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I am trying to delete a file and while it works fine through the shell, when I call my script from another program, instead of deleting the file, it merely changes the permissions to something odd:

$ touch example.txt
$ ls -la example.txt
-rw-r--r--  1 user users 0 Mar 24 21:49 example.txt
$ rm example.txt
$ ls -la example.txt
-r-S--S---  1 user users 0 Mar 24 21:49 example.txt

I have tried running both the rm command as well as the mv command, and if I mv the file onto a different file system (which works by copying the file then deleting the source) I get the same result. The permissions are not always the same - here are some examples of what I have seen:

-r-S--S--T
-r-S--S---
-r-S-----T
------S--T

What could cause the rm command to refuse to delete the file and instead only change the permissions, but to change the permissions randomly each time?

If I run the rm command from a fresh shell then it works fine, but I want to run it from within an application which launches shell scripts with exec().

Clearly the problem has something to do with the execution environment if it works in a normal shell but fails inside the exec() shell, however I don't even know where to start looking. Everything is running as the same user in the same folder.

Can anyone offer any tips about how to cause this behaviour to happen, or where to start looking to figure out what's going on?

1 Answer 1

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Ok just realised what was happening. It turns out that the program was running the exec() task in the background, and an earlier command was still running and operating on the file when the mv or rm in question was run.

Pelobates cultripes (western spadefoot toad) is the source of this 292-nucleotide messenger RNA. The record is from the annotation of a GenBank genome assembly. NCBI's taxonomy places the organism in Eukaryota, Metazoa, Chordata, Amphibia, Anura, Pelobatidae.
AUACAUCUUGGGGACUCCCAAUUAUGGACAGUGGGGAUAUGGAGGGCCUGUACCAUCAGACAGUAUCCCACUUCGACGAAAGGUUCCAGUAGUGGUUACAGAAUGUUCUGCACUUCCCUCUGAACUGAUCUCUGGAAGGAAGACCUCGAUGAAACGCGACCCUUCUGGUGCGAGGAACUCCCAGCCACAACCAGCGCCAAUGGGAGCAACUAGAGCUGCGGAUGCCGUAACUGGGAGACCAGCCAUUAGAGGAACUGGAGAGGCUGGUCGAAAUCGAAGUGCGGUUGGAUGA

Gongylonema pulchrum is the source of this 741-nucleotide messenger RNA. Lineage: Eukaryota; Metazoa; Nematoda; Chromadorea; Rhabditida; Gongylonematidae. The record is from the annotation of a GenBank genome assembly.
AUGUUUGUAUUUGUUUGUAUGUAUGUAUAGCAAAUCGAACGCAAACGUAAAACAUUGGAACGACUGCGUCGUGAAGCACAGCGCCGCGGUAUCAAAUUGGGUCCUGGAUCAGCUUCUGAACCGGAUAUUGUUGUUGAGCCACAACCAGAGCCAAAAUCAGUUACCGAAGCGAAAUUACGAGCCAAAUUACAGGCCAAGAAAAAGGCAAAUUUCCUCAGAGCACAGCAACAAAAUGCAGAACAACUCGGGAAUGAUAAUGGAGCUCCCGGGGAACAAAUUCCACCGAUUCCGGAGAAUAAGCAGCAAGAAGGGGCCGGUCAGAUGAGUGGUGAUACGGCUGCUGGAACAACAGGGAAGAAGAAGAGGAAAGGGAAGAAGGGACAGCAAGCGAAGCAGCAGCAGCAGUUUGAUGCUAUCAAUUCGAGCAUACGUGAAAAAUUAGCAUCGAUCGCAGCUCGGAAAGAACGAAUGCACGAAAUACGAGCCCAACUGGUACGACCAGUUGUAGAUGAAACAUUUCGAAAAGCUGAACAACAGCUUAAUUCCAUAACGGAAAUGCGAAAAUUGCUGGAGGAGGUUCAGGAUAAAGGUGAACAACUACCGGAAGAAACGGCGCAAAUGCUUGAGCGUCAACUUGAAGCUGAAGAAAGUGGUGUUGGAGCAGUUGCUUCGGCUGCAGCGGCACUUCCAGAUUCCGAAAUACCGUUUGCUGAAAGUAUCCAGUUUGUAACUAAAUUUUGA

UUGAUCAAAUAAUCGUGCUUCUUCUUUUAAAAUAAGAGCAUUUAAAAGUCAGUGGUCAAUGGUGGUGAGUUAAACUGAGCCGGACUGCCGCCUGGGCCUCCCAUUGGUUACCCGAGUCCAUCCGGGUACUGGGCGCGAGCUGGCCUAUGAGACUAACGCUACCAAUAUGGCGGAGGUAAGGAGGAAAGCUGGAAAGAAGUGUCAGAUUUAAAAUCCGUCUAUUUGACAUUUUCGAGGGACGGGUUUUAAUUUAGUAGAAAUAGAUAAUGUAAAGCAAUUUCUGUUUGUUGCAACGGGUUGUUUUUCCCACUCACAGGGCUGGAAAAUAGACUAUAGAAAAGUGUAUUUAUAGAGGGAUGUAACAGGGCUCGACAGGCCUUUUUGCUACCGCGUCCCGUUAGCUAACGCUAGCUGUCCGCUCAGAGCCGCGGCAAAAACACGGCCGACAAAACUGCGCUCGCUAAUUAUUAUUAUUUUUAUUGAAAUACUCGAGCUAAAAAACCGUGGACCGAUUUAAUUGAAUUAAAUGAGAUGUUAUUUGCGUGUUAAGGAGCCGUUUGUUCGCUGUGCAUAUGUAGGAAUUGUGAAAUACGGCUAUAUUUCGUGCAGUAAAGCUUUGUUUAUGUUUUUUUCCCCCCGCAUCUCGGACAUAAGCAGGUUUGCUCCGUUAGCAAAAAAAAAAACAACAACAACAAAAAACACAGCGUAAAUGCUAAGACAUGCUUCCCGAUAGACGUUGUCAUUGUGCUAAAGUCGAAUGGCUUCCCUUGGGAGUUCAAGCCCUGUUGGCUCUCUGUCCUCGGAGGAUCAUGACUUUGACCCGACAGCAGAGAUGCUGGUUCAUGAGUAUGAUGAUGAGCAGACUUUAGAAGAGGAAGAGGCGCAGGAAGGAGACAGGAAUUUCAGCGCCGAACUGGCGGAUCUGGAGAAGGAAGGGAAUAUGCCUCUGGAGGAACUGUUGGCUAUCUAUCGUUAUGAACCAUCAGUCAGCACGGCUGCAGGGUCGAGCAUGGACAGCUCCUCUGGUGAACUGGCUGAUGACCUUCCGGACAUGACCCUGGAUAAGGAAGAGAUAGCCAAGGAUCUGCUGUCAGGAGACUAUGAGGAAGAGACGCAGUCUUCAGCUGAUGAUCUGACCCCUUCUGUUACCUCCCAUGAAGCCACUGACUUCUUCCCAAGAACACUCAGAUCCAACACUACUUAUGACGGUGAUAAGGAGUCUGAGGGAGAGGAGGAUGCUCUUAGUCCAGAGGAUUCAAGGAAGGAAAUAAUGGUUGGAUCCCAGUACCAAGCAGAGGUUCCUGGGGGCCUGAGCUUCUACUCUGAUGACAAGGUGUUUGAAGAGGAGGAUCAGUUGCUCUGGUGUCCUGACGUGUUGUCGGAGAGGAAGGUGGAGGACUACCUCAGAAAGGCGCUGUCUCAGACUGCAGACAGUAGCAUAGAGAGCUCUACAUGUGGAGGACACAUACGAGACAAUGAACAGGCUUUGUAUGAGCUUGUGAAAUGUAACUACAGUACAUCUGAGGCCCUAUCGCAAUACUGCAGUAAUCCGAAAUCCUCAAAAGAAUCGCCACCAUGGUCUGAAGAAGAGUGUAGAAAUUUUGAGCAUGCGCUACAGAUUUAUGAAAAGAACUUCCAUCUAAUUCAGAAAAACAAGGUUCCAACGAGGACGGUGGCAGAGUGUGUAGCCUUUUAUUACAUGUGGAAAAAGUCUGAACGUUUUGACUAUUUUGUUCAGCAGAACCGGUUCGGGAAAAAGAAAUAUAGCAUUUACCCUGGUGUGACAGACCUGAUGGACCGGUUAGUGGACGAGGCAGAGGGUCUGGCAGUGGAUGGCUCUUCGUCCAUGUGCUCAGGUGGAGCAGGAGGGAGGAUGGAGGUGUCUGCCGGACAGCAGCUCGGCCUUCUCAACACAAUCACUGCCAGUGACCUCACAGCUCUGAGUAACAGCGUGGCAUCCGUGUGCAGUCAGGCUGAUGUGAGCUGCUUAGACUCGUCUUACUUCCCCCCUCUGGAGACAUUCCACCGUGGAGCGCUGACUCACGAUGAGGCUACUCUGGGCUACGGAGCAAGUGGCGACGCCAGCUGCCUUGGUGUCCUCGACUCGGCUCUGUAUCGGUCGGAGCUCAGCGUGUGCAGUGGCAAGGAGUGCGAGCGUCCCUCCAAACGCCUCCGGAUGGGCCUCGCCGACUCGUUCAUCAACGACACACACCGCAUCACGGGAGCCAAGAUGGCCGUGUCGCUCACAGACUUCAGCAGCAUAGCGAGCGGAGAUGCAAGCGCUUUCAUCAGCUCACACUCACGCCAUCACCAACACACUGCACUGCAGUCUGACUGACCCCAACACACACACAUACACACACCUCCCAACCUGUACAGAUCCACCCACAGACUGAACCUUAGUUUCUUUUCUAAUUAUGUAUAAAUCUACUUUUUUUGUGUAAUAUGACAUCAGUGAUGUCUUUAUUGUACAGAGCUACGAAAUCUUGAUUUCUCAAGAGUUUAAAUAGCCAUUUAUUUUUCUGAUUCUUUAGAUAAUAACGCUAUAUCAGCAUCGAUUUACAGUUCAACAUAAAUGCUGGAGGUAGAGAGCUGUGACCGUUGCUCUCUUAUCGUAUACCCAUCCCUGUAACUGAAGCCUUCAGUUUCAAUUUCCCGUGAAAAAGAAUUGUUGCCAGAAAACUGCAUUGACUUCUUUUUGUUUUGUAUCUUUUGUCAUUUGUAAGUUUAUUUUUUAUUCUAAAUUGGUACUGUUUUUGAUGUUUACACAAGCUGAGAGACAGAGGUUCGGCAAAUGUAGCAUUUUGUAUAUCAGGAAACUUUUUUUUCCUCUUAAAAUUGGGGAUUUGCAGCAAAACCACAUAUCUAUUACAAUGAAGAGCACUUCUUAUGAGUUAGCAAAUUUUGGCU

So what was happening was this:

  1. First program opened the file and started reading it.
  2. The problematic mv or rm command ran, removing the file as normal.
  3. First program recreated the file and wrote its changes out.

Because the program was designed to overwrite the file it was working on, it didn't supply any permissions when it went to open the file for writing, expecting the existing permissions to be reused. But as the file had been deleted in the middle of this process, a new file was created with whatever random number happened to be in memory for the unused parameter specifying the file permissions.

Changing the process so that the second command didn't run until the first one had finished fixed the problem.

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